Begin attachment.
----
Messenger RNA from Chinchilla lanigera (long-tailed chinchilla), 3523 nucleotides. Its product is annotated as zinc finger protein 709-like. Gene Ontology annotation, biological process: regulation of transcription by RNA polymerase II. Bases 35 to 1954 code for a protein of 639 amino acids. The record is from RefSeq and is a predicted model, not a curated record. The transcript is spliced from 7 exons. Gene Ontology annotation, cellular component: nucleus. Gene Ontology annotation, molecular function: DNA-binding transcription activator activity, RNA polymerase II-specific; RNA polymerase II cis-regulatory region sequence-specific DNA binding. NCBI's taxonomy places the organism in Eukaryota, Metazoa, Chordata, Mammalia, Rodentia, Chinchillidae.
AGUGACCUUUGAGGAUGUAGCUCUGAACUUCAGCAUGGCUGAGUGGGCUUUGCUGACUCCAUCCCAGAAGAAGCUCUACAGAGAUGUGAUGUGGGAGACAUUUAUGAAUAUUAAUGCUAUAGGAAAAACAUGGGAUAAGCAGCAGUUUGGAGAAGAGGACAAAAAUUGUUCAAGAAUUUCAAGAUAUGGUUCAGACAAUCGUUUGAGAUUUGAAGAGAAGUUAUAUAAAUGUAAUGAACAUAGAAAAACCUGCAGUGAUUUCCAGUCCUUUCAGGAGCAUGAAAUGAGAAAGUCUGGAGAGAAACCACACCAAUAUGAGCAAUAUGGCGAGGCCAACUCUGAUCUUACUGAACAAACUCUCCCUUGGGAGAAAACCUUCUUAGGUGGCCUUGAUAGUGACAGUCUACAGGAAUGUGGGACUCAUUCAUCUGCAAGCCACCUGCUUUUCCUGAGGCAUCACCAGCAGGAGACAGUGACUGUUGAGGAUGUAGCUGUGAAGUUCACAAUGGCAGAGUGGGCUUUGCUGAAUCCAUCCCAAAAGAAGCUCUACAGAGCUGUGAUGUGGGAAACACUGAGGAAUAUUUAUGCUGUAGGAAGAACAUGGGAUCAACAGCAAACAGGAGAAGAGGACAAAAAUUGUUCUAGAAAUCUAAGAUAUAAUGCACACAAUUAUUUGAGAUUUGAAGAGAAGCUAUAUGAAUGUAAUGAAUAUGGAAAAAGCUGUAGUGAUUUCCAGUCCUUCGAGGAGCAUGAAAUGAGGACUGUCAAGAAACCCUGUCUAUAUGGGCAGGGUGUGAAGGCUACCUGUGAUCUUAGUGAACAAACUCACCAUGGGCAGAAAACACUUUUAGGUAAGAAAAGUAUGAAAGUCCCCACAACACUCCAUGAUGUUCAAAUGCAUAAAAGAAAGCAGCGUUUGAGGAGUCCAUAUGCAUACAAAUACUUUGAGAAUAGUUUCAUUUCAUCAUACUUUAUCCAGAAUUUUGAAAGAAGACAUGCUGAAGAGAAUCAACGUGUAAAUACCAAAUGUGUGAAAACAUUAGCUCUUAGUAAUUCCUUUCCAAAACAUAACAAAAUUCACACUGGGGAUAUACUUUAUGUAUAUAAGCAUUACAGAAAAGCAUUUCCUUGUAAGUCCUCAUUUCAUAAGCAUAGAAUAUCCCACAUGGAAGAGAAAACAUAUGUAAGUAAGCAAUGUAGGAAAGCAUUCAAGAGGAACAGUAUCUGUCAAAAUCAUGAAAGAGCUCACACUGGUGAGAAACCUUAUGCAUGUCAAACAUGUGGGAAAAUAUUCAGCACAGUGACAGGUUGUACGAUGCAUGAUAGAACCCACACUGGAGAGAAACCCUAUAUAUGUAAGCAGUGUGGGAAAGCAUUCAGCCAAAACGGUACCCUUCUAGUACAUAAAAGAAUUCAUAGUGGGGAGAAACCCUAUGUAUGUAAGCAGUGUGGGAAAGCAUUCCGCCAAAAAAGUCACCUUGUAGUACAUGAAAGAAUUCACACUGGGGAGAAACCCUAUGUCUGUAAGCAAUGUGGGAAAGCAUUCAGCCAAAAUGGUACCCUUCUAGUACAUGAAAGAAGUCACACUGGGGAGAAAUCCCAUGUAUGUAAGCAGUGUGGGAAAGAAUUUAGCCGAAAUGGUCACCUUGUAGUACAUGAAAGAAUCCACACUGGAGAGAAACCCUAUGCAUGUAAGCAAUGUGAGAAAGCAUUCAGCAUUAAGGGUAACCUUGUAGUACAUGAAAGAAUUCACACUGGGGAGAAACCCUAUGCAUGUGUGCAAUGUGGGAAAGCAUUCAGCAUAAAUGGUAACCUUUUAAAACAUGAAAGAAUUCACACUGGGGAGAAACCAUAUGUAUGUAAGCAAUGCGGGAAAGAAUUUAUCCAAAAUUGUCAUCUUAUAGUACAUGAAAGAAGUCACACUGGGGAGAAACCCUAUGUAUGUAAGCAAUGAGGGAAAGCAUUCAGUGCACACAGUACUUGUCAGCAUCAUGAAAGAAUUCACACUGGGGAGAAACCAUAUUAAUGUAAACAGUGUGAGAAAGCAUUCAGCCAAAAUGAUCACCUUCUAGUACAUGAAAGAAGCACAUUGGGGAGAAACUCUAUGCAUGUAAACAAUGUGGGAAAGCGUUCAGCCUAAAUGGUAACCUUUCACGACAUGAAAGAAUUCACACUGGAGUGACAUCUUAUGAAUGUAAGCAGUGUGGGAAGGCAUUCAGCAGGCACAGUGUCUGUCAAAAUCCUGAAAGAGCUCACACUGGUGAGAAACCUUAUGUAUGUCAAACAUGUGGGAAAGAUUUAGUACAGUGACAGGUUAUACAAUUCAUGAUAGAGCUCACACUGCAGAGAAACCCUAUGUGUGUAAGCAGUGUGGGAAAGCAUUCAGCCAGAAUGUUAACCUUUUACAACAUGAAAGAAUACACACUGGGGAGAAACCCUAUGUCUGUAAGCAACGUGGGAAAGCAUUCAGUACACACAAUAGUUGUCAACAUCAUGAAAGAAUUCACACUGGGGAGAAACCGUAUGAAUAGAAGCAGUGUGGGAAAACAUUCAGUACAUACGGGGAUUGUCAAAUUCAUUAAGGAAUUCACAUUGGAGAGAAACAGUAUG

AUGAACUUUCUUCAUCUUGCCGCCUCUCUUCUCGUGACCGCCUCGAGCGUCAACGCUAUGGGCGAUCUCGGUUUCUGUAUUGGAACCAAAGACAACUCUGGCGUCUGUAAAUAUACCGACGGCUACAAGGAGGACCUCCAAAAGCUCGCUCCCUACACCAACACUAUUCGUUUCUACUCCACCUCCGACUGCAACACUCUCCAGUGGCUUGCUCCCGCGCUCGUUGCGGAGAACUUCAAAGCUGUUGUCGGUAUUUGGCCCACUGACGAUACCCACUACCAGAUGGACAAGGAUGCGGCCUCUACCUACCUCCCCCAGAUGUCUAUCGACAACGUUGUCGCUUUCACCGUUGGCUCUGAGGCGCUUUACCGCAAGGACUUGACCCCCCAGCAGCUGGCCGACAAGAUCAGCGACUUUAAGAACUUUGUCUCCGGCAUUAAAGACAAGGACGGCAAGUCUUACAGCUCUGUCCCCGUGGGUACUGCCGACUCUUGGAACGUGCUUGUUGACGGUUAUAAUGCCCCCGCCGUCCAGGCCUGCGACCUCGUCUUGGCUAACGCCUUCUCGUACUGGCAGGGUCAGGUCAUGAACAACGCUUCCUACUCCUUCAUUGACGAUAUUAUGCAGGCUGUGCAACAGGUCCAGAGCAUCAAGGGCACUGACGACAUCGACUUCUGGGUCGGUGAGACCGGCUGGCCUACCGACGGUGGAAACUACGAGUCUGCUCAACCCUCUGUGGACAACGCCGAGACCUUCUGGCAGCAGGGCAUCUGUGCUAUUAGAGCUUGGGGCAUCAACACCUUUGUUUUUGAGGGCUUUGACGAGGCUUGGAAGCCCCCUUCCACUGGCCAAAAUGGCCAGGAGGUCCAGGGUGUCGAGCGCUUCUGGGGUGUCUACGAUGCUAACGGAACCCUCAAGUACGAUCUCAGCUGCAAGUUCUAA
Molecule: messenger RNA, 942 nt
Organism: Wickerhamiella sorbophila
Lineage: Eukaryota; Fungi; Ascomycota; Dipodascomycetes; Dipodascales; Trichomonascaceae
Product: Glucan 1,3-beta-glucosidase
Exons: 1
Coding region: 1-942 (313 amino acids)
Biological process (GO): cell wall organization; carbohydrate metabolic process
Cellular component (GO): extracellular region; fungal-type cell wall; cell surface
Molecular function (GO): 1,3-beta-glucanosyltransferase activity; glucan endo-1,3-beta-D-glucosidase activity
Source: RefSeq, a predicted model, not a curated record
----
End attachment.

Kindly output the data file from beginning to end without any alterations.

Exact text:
Messenger RNA from Chinchilla lanigera (long-tailed chinchilla), 3523 nucleotides. Its product is annotated as zinc finger protein 709-like. Gene Ontology annotation, biological process: regulation of transcription by RNA polymerase II. Bases 35 to 1954 code for a protein of 639 amino acids. The record is from RefSeq and is a predicted model, not a curated record. The transcript is spliced from 7 exons. Gene Ontology annotation, cellular component: nucleus. Gene Ontology annotation, molecular function: DNA-binding transcription activator activity, RNA polymerase II-specific; RNA polymerase II cis-regulatory region sequence-specific DNA binding. NCBI's taxonomy places the organism in Eukaryota, Metazoa, Chordata, Mammalia, Rodentia, Chinchillidae.
AGUGACCUUUGAGGAUGUAGCUCUGAACUUCAGCAUGGCUGAGUGGGCUUUGCUGACUCCAUCCCAGAAGAAGCUCUACAGAGAUGUGAUGUGGGAGACAUUUAUGAAUAUUAAUGCUAUAGGAAAAACAUGGGAUAAGCAGCAGUUUGGAGAAGAGGACAAAAAUUGUUCAAGAAUUUCAAGAUAUGGUUCAGACAAUCGUUUGAGAUUUGAAGAGAAGUUAUAUAAAUGUAAUGAACAUAGAAAAACCUGCAGUGAUUUCCAGUCCUUUCAGGAGCAUGAAAUGAGAAAGUCUGGAGAGAAACCACACCAAUAUGAGCAAUAUGGCGAGGCCAACUCUGAUCUUACUGAACAAACUCUCCCUUGGGAGAAAACCUUCUUAGGUGGCCUUGAUAGUGACAGUCUACAGGAAUGUGGGACUCAUUCAUCUGCAAGCCACCUGCUUUUCCUGAGGCAUCACCAGCAGGAGACAGUGACUGUUGAGGAUGUAGCUGUGAAGUUCACAAUGGCAGAGUGGGCUUUGCUGAAUCCAUCCCAAAAGAAGCUCUACAGAGCUGUGAUGUGGGAAACACUGAGGAAUAUUUAUGCUGUAGGAAGAACAUGGGAUCAACAGCAAACAGGAGAAGAGGACAAAAAUUGUUCUAGAAAUCUAAGAUAUAAUGCACACAAUUAUUUGAGAUUUGAAGAGAAGCUAUAUGAAUGUAAUGAAUAUGGAAAAAGCUGUAGUGAUUUCCAGUCCUUCGAGGAGCAUGAAAUGAGGACUGUCAAGAAACCCUGUCUAUAUGGGCAGGGUGUGAAGGCUACCUGUGAUCUUAGUGAACAAACUCACCAUGGGCAGAAAACACUUUUAGGUAAGAAAAGUAUGAAAGUCCCCACAACACUCCAUGAUGUUCAAAUGCAUAAAAGAAAGCAGCGUUUGAGGAGUCCAUAUGCAUACAAAUACUUUGAGAAUAGUUUCAUUUCAUCAUACUUUAUCCAGAAUUUUGAAAGAAGACAUGCUGAAGAGAAUCAACGUGUAAAUACCAAAUGUGUGAAAACAUUAGCUCUUAGUAAUUCCUUUCCAAAACAUAACAAAAUUCACACUGGGGAUAUACUUUAUGUAUAUAAGCAUUACAGAAAAGCAUUUCCUUGUAAGUCCUCAUUUCAUAAGCAUAGAAUAUCCCACAUGGAAGAGAAAACAUAUGUAAGUAAGCAAUGUAGGAAAGCAUUCAAGAGGAACAGUAUCUGUCAAAAUCAUGAAAGAGCUCACACUGGUGAGAAACCUUAUGCAUGUCAAACAUGUGGGAAAAUAUUCAGCACAGUGACAGGUUGUACGAUGCAUGAUAGAACCCACACUGGAGAGAAACCCUAUAUAUGUAAGCAGUGUGGGAAAGCAUUCAGCCAAAACGGUACCCUUCUAGUACAUAAAAGAAUUCAUAGUGGGGAGAAACCCUAUGUAUGUAAGCAGUGUGGGAAAGCAUUCCGCCAAAAAAGUCACCUUGUAGUACAUGAAAGAAUUCACACUGGGGAGAAACCCUAUGUCUGUAAGCAAUGUGGGAAAGCAUUCAGCCAAAAUGGUACCCUUCUAGUACAUGAAAGAAGUCACACUGGGGAGAAAUCCCAUGUAUGUAAGCAGUGUGGGAAAGAAUUUAGCCGAAAUGGUCACCUUGUAGUACAUGAAAGAAUCCACACUGGAGAGAAACCCUAUGCAUGUAAGCAAUGUGAGAAAGCAUUCAGCAUUAAGGGUAACCUUGUAGUACAUGAAAGAAUUCACACUGGGGAGAAACCCUAUGCAUGUGUGCAAUGUGGGAAAGCAUUCAGCAUAAAUGGUAACCUUUUAAAACAUGAAAGAAUUCACACUGGGGAGAAACCAUAUGUAUGUAAGCAAUGCGGGAAAGAAUUUAUCCAAAAUUGUCAUCUUAUAGUACAUGAAAGAAGUCACACUGGGGAGAAACCCUAUGUAUGUAAGCAAUGAGGGAAAGCAUUCAGUGCACACAGUACUUGUCAGCAUCAUGAAAGAAUUCACACUGGGGAGAAACCAUAUUAAUGUAAACAGUGUGAGAAAGCAUUCAGCCAAAAUGAUCACCUUCUAGUACAUGAAAGAAGCACAUUGGGGAGAAACUCUAUGCAUGUAAACAAUGUGGGAAAGCGUUCAGCCUAAAUGGUAACCUUUCACGACAUGAAAGAAUUCACACUGGAGUGACAUCUUAUGAAUGUAAGCAGUGUGGGAAGGCAUUCAGCAGGCACAGUGUCUGUCAAAAUCCUGAAAGAGCUCACACUGGUGAGAAACCUUAUGUAUGUCAAACAUGUGGGAAAGAUUUAGUACAGUGACAGGUUAUACAAUUCAUGAUAGAGCUCACACUGCAGAGAAACCCUAUGUGUGUAAGCAGUGUGGGAAAGCAUUCAGCCAGAAUGUUAACCUUUUACAACAUGAAAGAAUACACACUGGGGAGAAACCCUAUGUCUGUAAGCAACGUGGGAAAGCAUUCAGUACACACAAUAGUUGUCAACAUCAUGAAAGAAUUCACACUGGGGAGAAACCGUAUGAAUAGAAGCAGUGUGGGAAAACAUUCAGUACAUACGGGGAUUGUCAAAUUCAUUAAGGAAUUCACAUUGGAGAGAAACAGUAUG

AUGAACUUUCUUCAUCUUGCCGCCUCUCUUCUCGUGACCGCCUCGAGCGUCAACGCUAUGGGCGAUCUCGGUUUCUGUAUUGGAACCAAAGACAACUCUGGCGUCUGUAAAUAUACCGACGGCUACAAGGAGGACCUCCAAAAGCUCGCUCCCUACACCAACACUAUUCGUUUCUACUCCACCUCCGACUGCAACACUCUCCAGUGGCUUGCUCCCGCGCUCGUUGCGGAGAACUUCAAAGCUGUUGUCGGUAUUUGGCCCACUGACGAUACCCACUACCAGAUGGACAAGGAUGCGGCCUCUACCUACCUCCCCCAGAUGUCUAUCGACAACGUUGUCGCUUUCACCGUUGGCUCUGAGGCGCUUUACCGCAAGGACUUGACCCCCCAGCAGCUGGCCGACAAGAUCAGCGACUUUAAGAACUUUGUCUCCGGCAUUAAAGACAAGGACGGCAAGUCUUACAGCUCUGUCCCCGUGGGUACUGCCGACUCUUGGAACGUGCUUGUUGACGGUUAUAAUGCCCCCGCCGUCCAGGCCUGCGACCUCGUCUUGGCUAACGCCUUCUCGUACUGGCAGGGUCAGGUCAUGAACAACGCUUCCUACUCCUUCAUUGACGAUAUUAUGCAGGCUGUGCAACAGGUCCAGAGCAUCAAGGGCACUGACGACAUCGACUUCUGGGUCGGUGAGACCGGCUGGCCUACCGACGGUGGAAACUACGAGUCUGCUCAACCCUCUGUGGACAACGCCGAGACCUUCUGGCAGCAGGGCAUCUGUGCUAUUAGAGCUUGGGGCAUCAACACCUUUGUUUUUGAGGGCUUUGACGAGGCUUGGAAGCCCCCUUCCACUGGCCAAAAUGGCCAGGAGGUCCAGGGUGUCGAGCGCUUCUGGGGUGUCUACGAUGCUAACGGAACCCUCAAGUACGAUCUCAGCUGCAAGUUCUAA
Molecule: messenger RNA, 942 nt
Organism: Wickerhamiella sorbophila
Lineage: Eukaryota; Fungi; Ascomycota; Dipodascomycetes; Dipodascales; Trichomonascaceae
Product: Glucan 1,3-beta-glucosidase
Exons: 1
Coding region: 1-942 (313 amino acids)
Biological process (GO): cell wall organization; carbohydrate metabolic process
Cellular component (GO): extracellular region; fungal-type cell wall; cell surface
Molecular function (GO): 1,3-beta-glucanosyltransferase activity; glucan endo-1,3-beta-D-glucosidase activity
Source: RefSeq, a predicted model, not a curated record